Ohio Governor John Kasich has once again stood against fellow Republicans in the Ohio Legislature to support a Medicaid expansion that now provides health insurance to 700 thousand low-income Ohioans.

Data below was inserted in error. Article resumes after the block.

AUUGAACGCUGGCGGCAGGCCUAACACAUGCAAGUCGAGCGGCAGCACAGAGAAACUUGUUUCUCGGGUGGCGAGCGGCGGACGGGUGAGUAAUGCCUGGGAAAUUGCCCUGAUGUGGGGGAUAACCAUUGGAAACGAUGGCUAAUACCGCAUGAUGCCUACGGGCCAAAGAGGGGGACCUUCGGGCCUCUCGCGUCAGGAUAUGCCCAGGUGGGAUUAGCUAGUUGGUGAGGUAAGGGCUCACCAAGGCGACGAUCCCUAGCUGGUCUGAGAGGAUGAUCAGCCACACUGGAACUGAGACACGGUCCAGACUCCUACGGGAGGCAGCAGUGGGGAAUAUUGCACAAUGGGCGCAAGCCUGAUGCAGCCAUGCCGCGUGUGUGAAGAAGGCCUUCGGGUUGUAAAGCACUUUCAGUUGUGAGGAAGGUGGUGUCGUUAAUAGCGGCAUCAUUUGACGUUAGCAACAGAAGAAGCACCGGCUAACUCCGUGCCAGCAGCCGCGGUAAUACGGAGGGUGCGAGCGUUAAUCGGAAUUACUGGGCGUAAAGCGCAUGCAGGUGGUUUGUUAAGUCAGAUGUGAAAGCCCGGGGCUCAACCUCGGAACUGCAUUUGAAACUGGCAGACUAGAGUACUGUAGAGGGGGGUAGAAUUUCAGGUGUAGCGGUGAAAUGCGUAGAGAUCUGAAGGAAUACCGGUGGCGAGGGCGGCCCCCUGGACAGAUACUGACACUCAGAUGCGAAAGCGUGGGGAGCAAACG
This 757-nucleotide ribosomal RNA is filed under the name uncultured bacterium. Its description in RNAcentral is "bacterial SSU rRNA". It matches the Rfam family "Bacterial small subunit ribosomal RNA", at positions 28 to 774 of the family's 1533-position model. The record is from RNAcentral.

The 2016 presidential contender vetoed a proposed freeze in the two-year state budget bill before signing it late Friday night. Conservatives had called on the outspoken Kasich to set a national example by leaving in place provisions calling for freezing new enrollment under Medicaid expansion starting July 1, 2018, and preventing those who drop off from re-enrolling. Kasich is one of the Republican Party's staunchest defenders of the expansion. It was made possible under the Affordable Care Act that is reviled, and now targeted, by his party. The Republican-led Legislature will attempt an override of his veto Thursday. Legislators face potential pushback from their constituents in the politically divided battleground state for not acting to curb government health care spending. Ohio's expansion population is larger than originally expected, costing almost 5 billion dollars — though most of that is picked up by the federal government. Many of those on the program are the working poor, mentally ill or drug addicted. The Kasich administration has estimated that 500 thousand Ohioans could lose coverage under a freeze within the first 18 months. Anticipating his veto, Republican budget writers made sure not to count on savings from the freeze to balance the budget, as the state constitution requires.